Our new paper is out!

Leonardo de Oliveira Martins and Hirohisa Kishino (2010)Unfortunately I had to transfer the copyright to the ISM, but I am still allowed to maintain the accepted manuscript at my personal homepage [1]. In this article we describe in more details theoretical aspects that we couldn't explore before (because it would divert the audience's attention). The novelties are:Distribution of distances between topologies and its effect on detection of phylogenetic recombination.Annals of the Institute of Statistical Mathematics62(1): 145--159. doi:10.1007/s10463-009-0259-8

- describing the topology distance parameter as an augmented variable. It seems contradictory that our method assumes that the number of recombination break-points is variable, and at the same time we claim that the number of parameters is constant. This is because we have a variable (we could think of it as an indicator variable) that tells if there is recombination or not. Actually it is not just an indicator variable since it doesn't simply say if there is recombination or not, but actually approximates the amount of recombination. I like the analogy with linear models (the infamous Y=B0 + B1 X1 + B2 X2 + ... + Bn Xn), where despite the number of variables is constant (n+1) those parameters too close to zero mean that the "effective" number of variables is smaller.
- describing the mini-sampler procedure. There is a strategy in reversible-jump MCMC (rjMCMC) that allows the chain to walk a little bit before accepting/rejecting, that we refer to as the mini-sampler. As we just saw our model doesn't need a rjMCMC since the number of parameters is constant, but still we employ the same strategies, making sure that the moves respect the detailed balance of the chain. This mini-sampler is necessary because on the one hand each step changes the topology just a little, and on the other hand we want to be able to handle cases where neighboring topologies are very different.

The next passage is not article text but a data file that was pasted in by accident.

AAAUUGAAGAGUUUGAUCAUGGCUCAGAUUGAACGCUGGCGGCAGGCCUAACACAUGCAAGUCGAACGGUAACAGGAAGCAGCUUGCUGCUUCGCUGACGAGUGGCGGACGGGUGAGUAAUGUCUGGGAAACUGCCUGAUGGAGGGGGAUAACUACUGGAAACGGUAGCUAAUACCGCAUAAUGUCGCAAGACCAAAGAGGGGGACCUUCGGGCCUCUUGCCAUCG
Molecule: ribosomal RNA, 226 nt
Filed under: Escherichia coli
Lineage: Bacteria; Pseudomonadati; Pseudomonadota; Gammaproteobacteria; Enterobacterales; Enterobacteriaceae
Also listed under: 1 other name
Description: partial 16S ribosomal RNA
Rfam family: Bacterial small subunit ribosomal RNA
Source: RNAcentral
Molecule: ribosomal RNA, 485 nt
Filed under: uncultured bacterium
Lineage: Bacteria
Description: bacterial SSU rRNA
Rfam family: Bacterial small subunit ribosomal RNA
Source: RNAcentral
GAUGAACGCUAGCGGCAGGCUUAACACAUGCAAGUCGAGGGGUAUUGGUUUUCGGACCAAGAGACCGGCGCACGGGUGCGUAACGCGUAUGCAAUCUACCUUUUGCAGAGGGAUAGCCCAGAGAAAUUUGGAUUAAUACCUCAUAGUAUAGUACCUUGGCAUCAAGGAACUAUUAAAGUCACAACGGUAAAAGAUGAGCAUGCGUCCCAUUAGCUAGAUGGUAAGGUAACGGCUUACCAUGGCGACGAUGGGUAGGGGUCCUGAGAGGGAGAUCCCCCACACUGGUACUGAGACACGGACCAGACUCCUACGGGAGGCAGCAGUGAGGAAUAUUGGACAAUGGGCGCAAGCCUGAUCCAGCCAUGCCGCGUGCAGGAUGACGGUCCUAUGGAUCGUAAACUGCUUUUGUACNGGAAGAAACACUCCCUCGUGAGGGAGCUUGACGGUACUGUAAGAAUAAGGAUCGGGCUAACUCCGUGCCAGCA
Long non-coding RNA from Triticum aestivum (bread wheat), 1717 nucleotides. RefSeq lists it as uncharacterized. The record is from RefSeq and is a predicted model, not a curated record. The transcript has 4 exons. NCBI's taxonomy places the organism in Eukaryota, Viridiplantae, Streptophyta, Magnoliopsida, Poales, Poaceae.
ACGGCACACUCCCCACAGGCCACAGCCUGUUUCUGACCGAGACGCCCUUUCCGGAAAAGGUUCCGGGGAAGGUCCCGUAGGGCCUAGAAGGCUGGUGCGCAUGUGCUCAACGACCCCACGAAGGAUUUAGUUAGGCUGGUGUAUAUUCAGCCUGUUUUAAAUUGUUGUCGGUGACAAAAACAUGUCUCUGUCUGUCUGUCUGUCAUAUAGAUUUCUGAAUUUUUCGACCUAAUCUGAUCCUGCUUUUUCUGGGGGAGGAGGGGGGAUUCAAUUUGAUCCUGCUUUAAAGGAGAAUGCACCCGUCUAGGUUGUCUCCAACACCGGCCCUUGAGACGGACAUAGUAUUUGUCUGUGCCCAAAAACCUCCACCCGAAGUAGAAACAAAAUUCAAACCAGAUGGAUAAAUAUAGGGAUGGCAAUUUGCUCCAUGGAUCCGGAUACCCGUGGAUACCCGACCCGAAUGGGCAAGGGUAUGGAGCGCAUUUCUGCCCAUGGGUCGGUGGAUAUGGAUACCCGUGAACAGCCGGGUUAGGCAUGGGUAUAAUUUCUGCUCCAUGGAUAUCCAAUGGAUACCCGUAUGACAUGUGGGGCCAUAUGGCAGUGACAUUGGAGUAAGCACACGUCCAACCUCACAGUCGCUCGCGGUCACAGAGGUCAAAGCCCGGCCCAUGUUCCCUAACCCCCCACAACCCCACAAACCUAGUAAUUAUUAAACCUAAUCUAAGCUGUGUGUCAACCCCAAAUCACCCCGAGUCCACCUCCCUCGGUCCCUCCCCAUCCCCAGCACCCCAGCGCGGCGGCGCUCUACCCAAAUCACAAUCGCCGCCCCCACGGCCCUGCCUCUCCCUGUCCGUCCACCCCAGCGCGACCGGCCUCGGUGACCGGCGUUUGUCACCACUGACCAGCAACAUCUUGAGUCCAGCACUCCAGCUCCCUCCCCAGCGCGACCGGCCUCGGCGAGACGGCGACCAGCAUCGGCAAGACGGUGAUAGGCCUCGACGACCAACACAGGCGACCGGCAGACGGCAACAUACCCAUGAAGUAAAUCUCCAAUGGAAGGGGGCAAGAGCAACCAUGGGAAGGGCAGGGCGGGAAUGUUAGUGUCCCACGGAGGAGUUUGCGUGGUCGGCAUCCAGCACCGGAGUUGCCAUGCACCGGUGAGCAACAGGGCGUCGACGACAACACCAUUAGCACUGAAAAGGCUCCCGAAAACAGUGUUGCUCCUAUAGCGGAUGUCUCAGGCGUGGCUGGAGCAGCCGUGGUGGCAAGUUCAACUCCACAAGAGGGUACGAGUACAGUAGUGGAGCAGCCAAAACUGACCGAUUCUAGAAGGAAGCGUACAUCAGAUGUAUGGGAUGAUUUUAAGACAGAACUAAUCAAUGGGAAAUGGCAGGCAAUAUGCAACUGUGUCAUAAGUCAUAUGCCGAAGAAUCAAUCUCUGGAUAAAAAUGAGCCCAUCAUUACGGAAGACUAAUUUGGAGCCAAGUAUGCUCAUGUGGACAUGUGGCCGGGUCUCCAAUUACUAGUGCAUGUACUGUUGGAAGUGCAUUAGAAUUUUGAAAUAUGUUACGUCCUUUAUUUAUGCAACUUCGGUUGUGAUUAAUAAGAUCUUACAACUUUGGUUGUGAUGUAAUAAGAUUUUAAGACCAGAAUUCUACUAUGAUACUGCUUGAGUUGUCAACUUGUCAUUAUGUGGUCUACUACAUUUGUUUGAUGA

- showing the importance of the modified Poisson distribution as a prior for the distances. We explicitly work with two scenarios:

- forcing the penalty hyperparameter to a fixed value. This shows the relevance of the hierarchical modelling.

- using a simplified distance that can only detect presence/absence of recombination witout being able to quantify it. This is a model analogous to other procedures that don't explicitly take the distance into account, and is equivalent to the "indicator variable" described above.

- forcing the penalty hyperparameter to a fixed value. This shows the relevance of the hierarchical modelling.
- description of the ensemble of mosaics and how to choose the most representative one. Each MCMC sample is one set of topologies (one per segment) that we call the mosaic structure. We then devise the calculation of a distance between these mosaics to quantify how similar two samples are, and find the centroid mosaic - the sample most similar to all other samples. It is worth noticing that

- this is done after the MCMC sampling is finished, and is not part of the Bayesian model
*per se* - this distance between samples is completely unrelated to the distance between topologies (that we call dSPR).

- this is done after the MCMC sampling is finished, and is not part of the Bayesian model

[1] the first time that you try to access any file hosted on https://corn.ab.a.u-tokyo.ac.jp/ your browser will complain about my self-signed certificate - some lobby is not happy about it. Please neglect the terrorist warnings.

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